From food to moth flocks: What rocked Vivid 2024, and who?

With Vivid 2024 officially over, Meltwater's VP ANZ and SEA, Ross Candido, shares some key findings from the festival of lights.

They say that pictures speak louder than words. If that is the case, the most talked-about moment of Vivid (other than the chatter about crowd management for the Sunday drone show) was, perhaps surprisingly, not the lights but the food, with Vivid Fire Kitchen serving up some of the festival’s most engaging content

A mesmerising performance by avant-garde pop artist Arca at the Sydney Opera House was the second top topic, with her multidisciplinary spectacle for Vivid LIVE setting social media ablaze with photos and videos.

And intriguingly the third most highly engaged with image has wings – literally with Dr. Joe Gresham, a local entomologist, gaining fame thanks to his noting an unusually large migration of moths to this year’s festival, which added an unexpected twist to Vivid’s vibrant atmosphere. 

Aside from the mesmerising imagery shared far and wide, some of the most valuable insights, particularly for marketers and event organisers, is exactly who was most interested and engaged from a demographic perspective. 

Overall, the data from thousands of social media conversations across Twitter, Facebook, Instagram, Youtube, Pinterest, Twitch and Chinese social channels WeChat, Douyin and Red throughout the festival showed far greater online engagement from men (64%) to women (36%). Gen Z (18-24 year olds) made up most of the chatter, with 74% of the posts in the opening week. Millennials, particularly at the younger end of the age range, contributed just under a fifth (15%) of posts, a marked decrease from Vivid 2023, when 25-34 year olds made up half the posts. Baby Boomers were the least engaged. 

As far as the light shows go, social comments suggest ‘Lighting of the Sail’ was the standout installation for Vivid, while ‘Love is in the Air’ and ‘Dark Spectrum’, were second and third favourites, followed by ‘Global Rainbow’ and ‘Lightscape’.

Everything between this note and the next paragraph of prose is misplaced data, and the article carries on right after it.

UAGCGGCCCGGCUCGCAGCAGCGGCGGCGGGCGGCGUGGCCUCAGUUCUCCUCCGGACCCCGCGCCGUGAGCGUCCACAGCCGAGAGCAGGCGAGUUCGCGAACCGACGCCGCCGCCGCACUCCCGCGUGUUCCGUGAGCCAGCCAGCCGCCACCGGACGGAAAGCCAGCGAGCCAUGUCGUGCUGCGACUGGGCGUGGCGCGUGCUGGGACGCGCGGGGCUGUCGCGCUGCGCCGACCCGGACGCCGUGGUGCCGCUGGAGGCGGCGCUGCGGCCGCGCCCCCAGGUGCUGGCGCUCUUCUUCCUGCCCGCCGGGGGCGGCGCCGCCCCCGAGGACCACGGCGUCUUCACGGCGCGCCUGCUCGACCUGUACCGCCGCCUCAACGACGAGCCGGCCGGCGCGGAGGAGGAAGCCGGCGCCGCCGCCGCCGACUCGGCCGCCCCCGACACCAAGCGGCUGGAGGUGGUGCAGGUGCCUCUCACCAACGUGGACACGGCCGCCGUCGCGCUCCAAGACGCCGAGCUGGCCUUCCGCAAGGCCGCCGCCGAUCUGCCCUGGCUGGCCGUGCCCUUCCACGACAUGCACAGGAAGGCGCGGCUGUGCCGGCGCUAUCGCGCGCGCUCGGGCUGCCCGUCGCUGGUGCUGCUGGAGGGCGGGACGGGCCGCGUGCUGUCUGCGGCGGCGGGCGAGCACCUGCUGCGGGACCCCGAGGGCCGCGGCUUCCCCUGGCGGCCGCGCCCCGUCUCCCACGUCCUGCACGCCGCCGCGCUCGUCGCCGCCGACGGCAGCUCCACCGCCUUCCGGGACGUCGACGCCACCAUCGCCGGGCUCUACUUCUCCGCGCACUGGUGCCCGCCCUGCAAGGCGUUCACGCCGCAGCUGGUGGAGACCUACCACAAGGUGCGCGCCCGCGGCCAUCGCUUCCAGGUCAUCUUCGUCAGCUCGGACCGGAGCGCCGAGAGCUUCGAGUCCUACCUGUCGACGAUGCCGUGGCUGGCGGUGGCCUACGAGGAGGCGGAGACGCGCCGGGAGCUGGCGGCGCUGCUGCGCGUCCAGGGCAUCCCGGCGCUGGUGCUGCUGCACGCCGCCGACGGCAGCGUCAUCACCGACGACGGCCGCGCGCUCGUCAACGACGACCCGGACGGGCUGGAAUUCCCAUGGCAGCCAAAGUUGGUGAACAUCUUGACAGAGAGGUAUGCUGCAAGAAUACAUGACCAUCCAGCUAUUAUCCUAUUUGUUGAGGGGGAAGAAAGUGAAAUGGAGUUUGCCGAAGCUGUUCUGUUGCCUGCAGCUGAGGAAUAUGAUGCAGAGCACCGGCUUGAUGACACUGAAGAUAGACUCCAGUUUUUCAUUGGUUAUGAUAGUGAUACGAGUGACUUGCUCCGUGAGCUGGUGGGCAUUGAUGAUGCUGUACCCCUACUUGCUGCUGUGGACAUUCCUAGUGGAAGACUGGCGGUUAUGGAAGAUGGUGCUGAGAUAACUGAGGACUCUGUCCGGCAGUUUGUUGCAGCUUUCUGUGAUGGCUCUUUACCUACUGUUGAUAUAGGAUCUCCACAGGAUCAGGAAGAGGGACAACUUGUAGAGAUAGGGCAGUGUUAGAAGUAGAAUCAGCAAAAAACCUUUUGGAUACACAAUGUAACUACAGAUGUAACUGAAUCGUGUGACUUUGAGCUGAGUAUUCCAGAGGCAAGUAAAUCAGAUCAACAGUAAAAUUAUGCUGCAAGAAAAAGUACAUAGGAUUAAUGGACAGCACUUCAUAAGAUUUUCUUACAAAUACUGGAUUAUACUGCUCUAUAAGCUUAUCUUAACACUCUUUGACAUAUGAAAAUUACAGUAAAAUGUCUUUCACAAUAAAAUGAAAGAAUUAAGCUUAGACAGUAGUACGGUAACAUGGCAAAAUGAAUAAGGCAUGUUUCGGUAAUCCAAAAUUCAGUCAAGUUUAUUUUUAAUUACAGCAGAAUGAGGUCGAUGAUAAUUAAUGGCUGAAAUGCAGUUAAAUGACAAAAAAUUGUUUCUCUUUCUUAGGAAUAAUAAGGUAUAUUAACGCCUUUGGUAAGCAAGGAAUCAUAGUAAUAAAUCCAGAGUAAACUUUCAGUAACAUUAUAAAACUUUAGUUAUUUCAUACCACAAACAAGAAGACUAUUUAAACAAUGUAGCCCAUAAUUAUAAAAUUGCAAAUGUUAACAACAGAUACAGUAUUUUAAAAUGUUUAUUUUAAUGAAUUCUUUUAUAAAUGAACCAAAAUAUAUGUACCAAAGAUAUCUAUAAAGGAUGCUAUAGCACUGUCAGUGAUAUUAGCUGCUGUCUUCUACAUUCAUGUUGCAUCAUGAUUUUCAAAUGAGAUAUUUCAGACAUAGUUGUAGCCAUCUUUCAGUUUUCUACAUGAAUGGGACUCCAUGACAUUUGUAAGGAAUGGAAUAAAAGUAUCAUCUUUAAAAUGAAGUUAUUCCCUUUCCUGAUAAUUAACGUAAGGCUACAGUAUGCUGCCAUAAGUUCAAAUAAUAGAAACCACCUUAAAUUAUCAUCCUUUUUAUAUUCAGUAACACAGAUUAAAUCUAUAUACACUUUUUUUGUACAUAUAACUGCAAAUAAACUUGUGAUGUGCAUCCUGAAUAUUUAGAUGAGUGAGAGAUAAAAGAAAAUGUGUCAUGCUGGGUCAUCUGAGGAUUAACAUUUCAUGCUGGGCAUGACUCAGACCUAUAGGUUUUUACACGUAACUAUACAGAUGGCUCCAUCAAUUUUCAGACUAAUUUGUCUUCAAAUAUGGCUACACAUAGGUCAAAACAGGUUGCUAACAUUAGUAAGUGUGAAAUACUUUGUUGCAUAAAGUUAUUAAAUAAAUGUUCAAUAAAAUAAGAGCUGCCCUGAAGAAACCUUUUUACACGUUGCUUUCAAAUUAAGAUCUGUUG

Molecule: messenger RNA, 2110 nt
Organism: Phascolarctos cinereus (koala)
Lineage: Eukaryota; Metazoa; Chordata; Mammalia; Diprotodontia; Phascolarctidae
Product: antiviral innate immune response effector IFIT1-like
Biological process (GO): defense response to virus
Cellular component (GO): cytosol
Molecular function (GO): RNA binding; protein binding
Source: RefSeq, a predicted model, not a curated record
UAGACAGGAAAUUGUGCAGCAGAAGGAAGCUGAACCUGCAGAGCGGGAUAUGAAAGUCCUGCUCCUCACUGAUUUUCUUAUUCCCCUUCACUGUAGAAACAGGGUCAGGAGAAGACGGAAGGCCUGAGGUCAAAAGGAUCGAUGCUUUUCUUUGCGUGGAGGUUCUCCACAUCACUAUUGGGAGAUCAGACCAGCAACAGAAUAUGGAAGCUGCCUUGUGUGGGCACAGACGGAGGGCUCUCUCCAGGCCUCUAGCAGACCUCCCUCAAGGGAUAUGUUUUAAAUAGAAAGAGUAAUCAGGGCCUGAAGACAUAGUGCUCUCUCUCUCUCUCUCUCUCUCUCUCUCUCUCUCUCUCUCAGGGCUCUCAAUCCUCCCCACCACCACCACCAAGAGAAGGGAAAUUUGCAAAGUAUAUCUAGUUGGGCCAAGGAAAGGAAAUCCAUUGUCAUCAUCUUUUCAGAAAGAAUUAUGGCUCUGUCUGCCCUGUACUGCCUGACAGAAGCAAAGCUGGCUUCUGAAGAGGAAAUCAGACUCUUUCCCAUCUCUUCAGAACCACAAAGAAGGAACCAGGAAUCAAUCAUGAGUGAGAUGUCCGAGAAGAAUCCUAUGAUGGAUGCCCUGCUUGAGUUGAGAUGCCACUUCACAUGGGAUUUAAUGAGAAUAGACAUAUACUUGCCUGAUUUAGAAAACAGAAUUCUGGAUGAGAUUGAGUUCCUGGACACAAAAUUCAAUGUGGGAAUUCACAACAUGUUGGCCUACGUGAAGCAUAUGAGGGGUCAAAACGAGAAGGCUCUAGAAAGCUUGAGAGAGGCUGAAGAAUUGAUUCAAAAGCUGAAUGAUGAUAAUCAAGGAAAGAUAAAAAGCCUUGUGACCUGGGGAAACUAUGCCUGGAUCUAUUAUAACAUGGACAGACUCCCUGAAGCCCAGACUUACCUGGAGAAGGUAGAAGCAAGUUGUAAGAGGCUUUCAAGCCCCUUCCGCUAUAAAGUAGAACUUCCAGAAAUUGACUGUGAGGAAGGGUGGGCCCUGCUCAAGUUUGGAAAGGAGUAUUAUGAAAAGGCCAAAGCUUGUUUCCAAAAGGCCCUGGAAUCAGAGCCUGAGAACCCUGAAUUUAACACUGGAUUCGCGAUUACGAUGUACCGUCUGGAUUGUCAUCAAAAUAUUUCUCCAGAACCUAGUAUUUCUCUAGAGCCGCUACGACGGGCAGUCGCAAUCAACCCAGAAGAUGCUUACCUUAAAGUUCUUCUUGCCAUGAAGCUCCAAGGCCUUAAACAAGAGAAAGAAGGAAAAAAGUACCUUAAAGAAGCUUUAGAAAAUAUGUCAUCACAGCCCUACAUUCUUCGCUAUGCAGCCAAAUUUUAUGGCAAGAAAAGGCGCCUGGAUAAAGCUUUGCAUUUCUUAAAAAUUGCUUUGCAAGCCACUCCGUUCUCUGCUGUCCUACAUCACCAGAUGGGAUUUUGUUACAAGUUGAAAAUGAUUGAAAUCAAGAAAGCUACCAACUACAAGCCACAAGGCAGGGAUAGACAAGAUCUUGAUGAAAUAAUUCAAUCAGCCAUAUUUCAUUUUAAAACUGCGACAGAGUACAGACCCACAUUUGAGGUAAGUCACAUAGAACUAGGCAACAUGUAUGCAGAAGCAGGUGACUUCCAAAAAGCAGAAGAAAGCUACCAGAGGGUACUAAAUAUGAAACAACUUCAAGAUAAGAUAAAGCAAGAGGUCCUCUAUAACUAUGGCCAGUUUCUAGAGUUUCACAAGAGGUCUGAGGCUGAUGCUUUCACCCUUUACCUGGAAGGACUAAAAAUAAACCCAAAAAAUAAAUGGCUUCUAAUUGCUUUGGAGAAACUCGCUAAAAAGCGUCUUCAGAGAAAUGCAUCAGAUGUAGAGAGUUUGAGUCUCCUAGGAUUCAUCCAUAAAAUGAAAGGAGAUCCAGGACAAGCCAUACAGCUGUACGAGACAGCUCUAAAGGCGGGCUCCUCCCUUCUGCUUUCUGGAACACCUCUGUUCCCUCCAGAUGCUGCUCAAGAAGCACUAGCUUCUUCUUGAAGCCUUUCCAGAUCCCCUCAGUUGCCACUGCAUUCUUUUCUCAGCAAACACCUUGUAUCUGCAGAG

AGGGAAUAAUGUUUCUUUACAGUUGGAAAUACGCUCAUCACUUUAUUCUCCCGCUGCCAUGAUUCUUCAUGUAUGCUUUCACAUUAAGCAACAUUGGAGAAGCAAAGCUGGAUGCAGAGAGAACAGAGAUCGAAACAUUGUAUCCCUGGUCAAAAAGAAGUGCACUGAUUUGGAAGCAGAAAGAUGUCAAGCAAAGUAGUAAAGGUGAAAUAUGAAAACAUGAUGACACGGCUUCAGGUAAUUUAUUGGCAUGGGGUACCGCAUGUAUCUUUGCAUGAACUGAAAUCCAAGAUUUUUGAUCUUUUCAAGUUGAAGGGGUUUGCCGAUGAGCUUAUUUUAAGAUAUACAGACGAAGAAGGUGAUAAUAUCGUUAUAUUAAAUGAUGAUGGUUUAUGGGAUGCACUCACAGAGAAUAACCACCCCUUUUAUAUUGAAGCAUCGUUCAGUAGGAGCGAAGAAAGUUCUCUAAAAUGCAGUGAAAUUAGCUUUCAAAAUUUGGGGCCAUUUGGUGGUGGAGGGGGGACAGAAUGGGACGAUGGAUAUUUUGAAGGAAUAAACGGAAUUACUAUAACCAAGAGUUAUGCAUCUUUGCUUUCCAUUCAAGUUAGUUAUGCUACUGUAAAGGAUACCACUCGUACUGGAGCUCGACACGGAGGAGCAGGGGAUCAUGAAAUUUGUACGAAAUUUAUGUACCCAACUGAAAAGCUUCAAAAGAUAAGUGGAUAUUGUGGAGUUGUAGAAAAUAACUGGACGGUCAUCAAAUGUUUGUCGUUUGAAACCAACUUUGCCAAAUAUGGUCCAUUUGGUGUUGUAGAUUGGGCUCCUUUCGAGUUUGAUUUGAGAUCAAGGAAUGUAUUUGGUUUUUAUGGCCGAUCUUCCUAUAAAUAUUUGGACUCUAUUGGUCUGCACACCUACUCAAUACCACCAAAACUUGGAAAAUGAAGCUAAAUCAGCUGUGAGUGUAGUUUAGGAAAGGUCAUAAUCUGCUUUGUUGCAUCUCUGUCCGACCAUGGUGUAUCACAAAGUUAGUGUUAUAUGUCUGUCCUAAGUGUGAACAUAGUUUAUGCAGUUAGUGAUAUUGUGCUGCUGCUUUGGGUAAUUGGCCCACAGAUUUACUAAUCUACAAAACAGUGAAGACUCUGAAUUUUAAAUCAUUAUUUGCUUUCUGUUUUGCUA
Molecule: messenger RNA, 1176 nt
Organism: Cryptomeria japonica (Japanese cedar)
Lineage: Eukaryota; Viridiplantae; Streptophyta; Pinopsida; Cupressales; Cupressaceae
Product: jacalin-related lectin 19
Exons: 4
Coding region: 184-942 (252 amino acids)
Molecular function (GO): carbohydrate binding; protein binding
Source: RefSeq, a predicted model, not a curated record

Overall it was pleasing to see a generally positive sentiment for Vivid with it hovering around 50% over the duration, but social media chatter over the three and a half weeks did provide some early warning signs about the more challenging aspects of Vivid, with notable shifts around areas such as queue times.

Analysis reveals that initially, negative sentiment was minimal at 3% in this area. It then spiked on the second Sunday to 10%, doubling to 23.8% the next day, stabilising thereafter. A similar trend was observed for the Love is in the Air drone show sentiment. 

The data also showed that despite some criticism of paid events at a festival known for its accessible nature, the ticketed experiences generated considerable positive social media engagement. In particular, the family-friendly displays at the Royal Botanic Gardens, the Dark Spectrum exhibit stood out, as did the opening night fireworks over the Opera House. 

For the organisers and sponsors of the event, this real-time snapshot of consumer data provides invaluable insights for future planning, allowing them to see what’s working and where improvements are needed – even on the fly. 

Knowledge is, after all, power, so increasingly brands involved in these large-scale events want to ensure concerns are proactively addressed so customer experience can be enhanced.  It’s all about protecting the brand and converting consumers into advocates who very much want to come back next year.   

Ross Candido is VP ANZ and SEA at Meltwater.


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